Fantasy Mystery Romance Comics Non-Fiction

A Dangerous Madness

Sunday, April 17, 2022

A Dangerous Madness (2014) Michelle Diener (Regency London)

A Dangerous MadnessSet in England in 1819.

Phoebe Hillier has always done everything she was supposed to, following all the rules. But when the man to whom she was betrothed (and her father’s insistence) breaks their engagement, she seemingly has little to lose any more.

Impotent rage, her old friend, ran a familiar hand down her back and she stiffened under its hot, prickly fingers. Why shouldn’t she speak with someone? With whomever she pleased? She was twenty-four years old, responsible, intelligent.

She had all but accepted the anger and the frustration as constant companions, but Sheldrake cutting her free, the incidents of the last day, opened her eyes to how big they had grown, hulking beasts that rubbed up against her. Crowding her and making her life smaller.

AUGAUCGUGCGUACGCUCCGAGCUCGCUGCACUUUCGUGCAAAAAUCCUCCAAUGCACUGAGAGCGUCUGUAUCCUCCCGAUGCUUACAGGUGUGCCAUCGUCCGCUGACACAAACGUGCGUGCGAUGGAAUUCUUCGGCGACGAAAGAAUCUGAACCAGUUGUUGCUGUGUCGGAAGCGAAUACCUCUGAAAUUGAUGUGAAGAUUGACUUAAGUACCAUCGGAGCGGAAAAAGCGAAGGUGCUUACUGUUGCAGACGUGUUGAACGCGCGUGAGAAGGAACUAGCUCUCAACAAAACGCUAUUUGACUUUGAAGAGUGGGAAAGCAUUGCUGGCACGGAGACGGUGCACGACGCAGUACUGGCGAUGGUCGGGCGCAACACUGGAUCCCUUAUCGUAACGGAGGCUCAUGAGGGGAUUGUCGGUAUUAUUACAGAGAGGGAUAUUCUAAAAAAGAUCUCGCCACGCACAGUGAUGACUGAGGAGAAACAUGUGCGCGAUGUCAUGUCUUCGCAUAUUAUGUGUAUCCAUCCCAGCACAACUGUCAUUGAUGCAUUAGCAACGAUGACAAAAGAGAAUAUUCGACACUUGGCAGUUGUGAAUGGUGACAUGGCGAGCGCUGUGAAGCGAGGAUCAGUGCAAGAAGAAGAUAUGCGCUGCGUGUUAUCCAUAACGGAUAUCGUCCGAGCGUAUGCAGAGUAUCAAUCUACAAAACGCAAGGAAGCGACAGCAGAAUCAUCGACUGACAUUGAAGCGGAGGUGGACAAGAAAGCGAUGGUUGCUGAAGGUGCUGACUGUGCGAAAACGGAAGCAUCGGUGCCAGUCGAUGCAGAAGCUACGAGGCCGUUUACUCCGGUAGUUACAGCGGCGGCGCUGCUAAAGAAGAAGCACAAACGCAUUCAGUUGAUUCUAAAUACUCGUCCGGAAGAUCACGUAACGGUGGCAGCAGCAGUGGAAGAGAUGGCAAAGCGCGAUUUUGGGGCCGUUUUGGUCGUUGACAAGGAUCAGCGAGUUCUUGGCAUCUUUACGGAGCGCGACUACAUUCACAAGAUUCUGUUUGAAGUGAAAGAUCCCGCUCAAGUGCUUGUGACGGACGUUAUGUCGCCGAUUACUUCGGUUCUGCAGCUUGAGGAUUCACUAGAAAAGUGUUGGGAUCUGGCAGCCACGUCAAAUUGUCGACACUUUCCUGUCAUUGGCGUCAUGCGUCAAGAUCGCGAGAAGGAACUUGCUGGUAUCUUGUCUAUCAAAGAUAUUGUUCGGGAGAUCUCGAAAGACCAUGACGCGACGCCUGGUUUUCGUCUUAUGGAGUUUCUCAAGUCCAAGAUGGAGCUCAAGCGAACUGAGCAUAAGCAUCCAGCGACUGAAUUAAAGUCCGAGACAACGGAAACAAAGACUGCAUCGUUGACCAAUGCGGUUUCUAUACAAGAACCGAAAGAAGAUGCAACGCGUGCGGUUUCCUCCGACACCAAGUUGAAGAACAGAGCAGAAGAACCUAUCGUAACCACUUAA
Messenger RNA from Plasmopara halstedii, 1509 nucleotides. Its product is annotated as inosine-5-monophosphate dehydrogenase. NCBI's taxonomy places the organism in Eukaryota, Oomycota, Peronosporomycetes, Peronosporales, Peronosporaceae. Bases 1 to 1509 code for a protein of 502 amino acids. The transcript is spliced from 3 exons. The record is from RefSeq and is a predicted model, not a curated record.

The Duke of Wittaker is desperately tired of the part he has been playing. But when the prime minister is assassinated, he is asked to discover what he can.

He needed to remember that there were rules. He had spent so long ignoring them, or deliberately flaunting them, he sometimes forgot there were consequences to those who did not obey.

The story is based on persons and events from the time, but no one truly knows why the prime minister was assassinated–or who (if anyone) was behind it.

Also, this has one of my favorite proposal scenes ever.

He bent his head and rested his forehead on hers. “I just wanted you to know, for me, there is no going back. You have me completely captivated. I have no plan to end our liaison. And I would make it permanent as soon as you give me your answer.”

“I’d take him up on that, luv.”

Phoebe looked up, blinking back the rain, and saw three women hanging out of their windows, mindless of the soaking they were getting, watching them with smiles on their faces.

“He looks like a nob in that fancy coat, even though he’s soaked through an’ all. And he likes to cuddle you close. That’s always a good sign.”

Rating: 8.5/10


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